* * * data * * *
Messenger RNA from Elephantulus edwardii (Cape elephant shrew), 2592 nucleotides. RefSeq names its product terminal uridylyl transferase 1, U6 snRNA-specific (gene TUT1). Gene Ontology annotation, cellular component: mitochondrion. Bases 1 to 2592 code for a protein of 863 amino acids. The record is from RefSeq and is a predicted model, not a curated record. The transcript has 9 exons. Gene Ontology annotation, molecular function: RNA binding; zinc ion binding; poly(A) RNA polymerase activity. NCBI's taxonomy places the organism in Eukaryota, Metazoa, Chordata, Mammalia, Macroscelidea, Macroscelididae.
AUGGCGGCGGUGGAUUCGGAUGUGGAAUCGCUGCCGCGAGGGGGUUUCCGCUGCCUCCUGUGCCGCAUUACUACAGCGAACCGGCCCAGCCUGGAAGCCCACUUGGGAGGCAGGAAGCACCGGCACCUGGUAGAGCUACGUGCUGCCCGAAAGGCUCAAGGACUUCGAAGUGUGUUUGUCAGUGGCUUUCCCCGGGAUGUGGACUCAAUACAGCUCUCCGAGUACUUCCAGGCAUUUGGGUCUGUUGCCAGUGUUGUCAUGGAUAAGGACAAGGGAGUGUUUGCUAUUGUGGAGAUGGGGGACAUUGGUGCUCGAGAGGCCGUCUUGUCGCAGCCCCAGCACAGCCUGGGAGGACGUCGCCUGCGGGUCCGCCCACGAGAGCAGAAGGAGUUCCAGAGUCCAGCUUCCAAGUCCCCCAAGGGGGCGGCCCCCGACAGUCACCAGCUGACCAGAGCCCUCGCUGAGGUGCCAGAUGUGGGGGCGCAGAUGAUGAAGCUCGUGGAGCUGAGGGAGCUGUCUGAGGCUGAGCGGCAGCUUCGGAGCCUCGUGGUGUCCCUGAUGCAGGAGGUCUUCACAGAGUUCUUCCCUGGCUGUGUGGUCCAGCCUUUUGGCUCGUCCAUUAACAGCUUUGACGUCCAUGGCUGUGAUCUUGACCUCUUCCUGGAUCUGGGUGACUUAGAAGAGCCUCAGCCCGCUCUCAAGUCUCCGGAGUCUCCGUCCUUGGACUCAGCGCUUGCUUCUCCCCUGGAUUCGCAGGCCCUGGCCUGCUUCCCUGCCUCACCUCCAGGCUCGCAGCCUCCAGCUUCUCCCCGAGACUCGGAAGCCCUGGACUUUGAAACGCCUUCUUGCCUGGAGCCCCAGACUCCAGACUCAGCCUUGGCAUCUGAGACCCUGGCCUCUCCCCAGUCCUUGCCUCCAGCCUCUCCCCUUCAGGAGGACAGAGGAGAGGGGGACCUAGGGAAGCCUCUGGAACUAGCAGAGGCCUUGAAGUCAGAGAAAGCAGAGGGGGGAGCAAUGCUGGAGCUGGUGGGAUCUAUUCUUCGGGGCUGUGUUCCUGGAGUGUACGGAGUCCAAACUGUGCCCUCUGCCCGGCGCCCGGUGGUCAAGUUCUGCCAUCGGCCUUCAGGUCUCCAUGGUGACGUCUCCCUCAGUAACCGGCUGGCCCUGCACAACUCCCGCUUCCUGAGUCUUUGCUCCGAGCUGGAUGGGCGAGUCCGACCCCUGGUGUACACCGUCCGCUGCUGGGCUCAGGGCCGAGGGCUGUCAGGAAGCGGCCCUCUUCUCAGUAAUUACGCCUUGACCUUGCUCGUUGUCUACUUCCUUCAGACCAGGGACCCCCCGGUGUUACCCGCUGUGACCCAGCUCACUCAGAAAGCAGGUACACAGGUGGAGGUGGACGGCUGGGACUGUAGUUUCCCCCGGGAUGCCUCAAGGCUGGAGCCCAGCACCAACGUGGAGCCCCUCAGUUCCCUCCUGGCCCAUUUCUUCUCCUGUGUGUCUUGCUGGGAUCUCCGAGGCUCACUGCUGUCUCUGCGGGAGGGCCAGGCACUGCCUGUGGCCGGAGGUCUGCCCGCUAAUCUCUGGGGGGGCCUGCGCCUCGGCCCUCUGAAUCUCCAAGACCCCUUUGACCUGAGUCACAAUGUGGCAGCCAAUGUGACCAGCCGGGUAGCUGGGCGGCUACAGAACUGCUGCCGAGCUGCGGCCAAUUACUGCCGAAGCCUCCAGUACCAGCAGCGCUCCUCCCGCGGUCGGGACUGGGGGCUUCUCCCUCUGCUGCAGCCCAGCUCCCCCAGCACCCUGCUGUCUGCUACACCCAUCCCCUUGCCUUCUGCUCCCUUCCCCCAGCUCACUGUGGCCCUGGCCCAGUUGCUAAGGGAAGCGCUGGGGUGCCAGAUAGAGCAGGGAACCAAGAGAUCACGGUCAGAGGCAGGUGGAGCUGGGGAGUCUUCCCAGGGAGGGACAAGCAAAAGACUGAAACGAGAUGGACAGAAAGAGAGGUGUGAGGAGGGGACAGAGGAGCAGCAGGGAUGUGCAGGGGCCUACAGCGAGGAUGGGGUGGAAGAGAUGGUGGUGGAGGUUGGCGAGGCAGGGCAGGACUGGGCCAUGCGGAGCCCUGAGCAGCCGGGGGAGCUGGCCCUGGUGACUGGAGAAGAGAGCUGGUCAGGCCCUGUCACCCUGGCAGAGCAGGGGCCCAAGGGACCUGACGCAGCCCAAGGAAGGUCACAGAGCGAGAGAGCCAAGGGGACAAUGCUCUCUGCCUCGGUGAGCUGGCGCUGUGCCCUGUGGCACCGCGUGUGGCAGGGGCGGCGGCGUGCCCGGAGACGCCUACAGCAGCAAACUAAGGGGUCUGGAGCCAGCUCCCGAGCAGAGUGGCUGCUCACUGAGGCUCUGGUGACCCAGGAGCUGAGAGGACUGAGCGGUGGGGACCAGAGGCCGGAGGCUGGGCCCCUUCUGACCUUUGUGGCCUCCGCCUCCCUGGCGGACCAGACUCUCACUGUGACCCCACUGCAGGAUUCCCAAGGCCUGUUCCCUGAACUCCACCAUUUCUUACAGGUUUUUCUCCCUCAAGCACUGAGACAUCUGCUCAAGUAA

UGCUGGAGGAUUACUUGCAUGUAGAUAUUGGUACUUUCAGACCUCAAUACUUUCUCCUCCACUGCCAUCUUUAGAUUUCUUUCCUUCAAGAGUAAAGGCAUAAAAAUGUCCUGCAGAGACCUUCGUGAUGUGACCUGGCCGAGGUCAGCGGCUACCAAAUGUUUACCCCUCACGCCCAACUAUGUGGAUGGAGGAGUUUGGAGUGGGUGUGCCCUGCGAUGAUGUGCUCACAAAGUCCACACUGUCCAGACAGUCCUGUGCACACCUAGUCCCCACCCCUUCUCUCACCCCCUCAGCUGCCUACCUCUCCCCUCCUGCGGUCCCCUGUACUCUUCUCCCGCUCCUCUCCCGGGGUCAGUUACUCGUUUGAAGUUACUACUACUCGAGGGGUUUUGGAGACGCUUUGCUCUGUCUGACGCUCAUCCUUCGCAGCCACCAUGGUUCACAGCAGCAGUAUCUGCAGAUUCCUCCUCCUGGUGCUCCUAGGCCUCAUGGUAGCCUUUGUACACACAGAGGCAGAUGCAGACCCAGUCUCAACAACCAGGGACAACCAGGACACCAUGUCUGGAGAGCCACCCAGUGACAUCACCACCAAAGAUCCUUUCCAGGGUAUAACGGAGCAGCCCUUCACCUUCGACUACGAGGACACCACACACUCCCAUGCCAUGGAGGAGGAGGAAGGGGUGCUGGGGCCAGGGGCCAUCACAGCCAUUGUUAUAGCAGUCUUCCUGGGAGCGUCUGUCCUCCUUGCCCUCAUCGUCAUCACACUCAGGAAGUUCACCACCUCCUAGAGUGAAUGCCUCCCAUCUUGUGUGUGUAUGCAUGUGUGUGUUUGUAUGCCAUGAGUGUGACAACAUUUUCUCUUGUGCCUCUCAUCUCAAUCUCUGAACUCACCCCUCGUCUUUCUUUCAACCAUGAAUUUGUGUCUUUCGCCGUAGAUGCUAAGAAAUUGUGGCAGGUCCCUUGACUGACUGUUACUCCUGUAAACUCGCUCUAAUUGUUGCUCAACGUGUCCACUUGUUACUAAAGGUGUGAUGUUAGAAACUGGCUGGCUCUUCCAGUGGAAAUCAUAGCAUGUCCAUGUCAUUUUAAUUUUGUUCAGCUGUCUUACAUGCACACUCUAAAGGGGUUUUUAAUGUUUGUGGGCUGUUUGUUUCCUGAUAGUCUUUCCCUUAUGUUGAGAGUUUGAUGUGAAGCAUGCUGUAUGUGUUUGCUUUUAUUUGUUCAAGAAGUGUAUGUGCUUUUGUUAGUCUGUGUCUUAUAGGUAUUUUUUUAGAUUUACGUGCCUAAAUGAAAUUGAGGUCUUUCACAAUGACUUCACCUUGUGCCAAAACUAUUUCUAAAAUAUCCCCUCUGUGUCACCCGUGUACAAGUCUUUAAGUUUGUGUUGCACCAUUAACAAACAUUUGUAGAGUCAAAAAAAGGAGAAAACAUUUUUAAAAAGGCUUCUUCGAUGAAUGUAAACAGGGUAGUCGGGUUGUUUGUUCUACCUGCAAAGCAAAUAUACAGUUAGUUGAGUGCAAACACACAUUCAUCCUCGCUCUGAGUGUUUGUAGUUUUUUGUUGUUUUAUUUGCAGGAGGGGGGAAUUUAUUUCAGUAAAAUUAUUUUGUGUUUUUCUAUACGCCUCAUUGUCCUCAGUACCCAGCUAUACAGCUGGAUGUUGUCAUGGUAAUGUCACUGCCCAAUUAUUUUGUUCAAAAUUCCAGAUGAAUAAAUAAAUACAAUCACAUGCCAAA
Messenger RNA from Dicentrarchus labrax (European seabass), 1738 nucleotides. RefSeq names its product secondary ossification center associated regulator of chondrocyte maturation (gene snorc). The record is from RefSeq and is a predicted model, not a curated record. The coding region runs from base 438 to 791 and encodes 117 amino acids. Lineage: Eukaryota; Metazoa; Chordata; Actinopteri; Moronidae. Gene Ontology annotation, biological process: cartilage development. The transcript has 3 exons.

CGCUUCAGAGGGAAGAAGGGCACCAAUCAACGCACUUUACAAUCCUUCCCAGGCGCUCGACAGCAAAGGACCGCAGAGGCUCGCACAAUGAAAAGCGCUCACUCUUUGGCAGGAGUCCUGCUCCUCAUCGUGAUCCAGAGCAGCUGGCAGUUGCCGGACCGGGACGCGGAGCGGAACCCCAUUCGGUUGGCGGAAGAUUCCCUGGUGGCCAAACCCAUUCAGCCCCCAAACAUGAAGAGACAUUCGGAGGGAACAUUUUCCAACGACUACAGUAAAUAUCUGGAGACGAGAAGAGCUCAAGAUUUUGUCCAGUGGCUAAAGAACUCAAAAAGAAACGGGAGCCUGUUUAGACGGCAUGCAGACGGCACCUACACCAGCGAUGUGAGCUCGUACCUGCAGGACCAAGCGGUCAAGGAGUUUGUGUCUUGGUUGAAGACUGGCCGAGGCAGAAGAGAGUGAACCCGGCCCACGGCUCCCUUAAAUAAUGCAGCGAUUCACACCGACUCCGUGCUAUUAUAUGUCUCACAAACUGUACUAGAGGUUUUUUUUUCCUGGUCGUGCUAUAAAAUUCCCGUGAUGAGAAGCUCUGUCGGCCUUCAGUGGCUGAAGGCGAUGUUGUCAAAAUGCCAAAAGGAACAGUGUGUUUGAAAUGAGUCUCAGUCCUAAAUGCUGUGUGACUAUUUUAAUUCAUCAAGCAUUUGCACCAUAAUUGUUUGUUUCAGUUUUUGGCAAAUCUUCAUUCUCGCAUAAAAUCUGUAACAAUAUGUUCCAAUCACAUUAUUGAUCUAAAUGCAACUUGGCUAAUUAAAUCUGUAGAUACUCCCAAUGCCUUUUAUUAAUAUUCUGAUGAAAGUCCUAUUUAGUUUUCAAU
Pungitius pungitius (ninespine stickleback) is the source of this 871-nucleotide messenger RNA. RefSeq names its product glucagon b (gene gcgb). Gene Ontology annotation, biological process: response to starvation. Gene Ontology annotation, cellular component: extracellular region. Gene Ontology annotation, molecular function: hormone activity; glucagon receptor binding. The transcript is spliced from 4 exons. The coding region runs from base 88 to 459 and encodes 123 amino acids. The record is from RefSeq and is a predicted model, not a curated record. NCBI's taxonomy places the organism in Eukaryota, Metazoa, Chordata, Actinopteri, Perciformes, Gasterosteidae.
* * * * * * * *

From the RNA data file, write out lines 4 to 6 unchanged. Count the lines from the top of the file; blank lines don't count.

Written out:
Messenger RNA from Dicentrarchus labrax (European seabass), 1738 nucleotides. RefSeq names its product secondary ossification center associated regulator of chondrocyte maturation (gene snorc). The record is from RefSeq and is a predicted model, not a curated record. The coding region runs from base 438 to 791 and encodes 117 amino acids. Lineage: Eukaryota; Metazoa; Chordata; Actinopteri; Moronidae. Gene Ontology annotation, biological process: cartilage development. The transcript has 3 exons.

CGCUUCAGAGGGAAGAAGGGCACCAAUCAACGCACUUUACAAUCCUUCCCAGGCGCUCGACAGCAAAGGACCGCAGAGGCUCGCACAAUGAAAAGCGCUCACUCUUUGGCAGGAGUCCUGCUCCUCAUCGUGAUCCAGAGCAGCUGGCAGUUGCCGGACCGGGACGCGGAGCGGAACCCCAUUCGGUUGGCGGAAGAUUCCCUGGUGGCCAAACCCAUUCAGCCCCCAAACAUGAAGAGACAUUCGGAGGGAACAUUUUCCAACGACUACAGUAAAUAUCUGGAGACGAGAAGAGCUCAAGAUUUUGUCCAGUGGCUAAAGAACUCAAAAAGAAACGGGAGCCUGUUUAGACGGCAUGCAGACGGCACCUACACCAGCGAUGUGAGCUCGUACCUGCAGGACCAAGCGGUCAAGGAGUUUGUGUCUUGGUUGAAGACUGGCCGAGGCAGAAGAGAGUGAACCCGGCCCACGGCUCCCUUAAAUAAUGCAGCGAUUCACACCGACUCCGUGCUAUUAUAUGUCUCACAAACUGUACUAGAGGUUUUUUUUUCCUGGUCGUGCUAUAAAAUUCCCGUGAUGAGAAGCUCUGUCGGCCUUCAGUGGCUGAAGGCGAUGUUGUCAAAAUGCCAAAAGGAACAGUGUGUUUGAAAUGAGUCUCAGUCCUAAAUGCUGUGUGACUAUUUUAAUUCAUCAAGCAUUUGCACCAUAAUUGUUUGUUUCAGUUUUUGGCAAAUCUUCAUUCUCGCAUAAAAUCUGUAACAAUAUGUUCCAAUCACAUUAUUGAUCUAAAUGCAACUUGGCUAAUUAAAUCUGUAGAUACUCCCAAUGCCUUUUAUUAAUAUUCUGAUGAAAGUCCUAUUUAGUUUUCAAU
Pungitius pungitius (ninespine stickleback) is the source of this 871-nucleotide messenger RNA. RefSeq names its product glucagon b (gene gcgb). Gene Ontology annotation, biological process: response to starvation. Gene Ontology annotation, cellular component: extracellular region. Gene Ontology annotation, molecular function: hormone activity; glucagon receptor binding. The transcript is spliced from 4 exons. The coding region runs from base 88 to 459 and encodes 123 amino acids. The record is from RefSeq and is a predicted model, not a curated record. NCBI's taxonomy places the organism in Eukaryota, Metazoa, Chordata, Actinopteri, Perciformes, Gasterosteidae.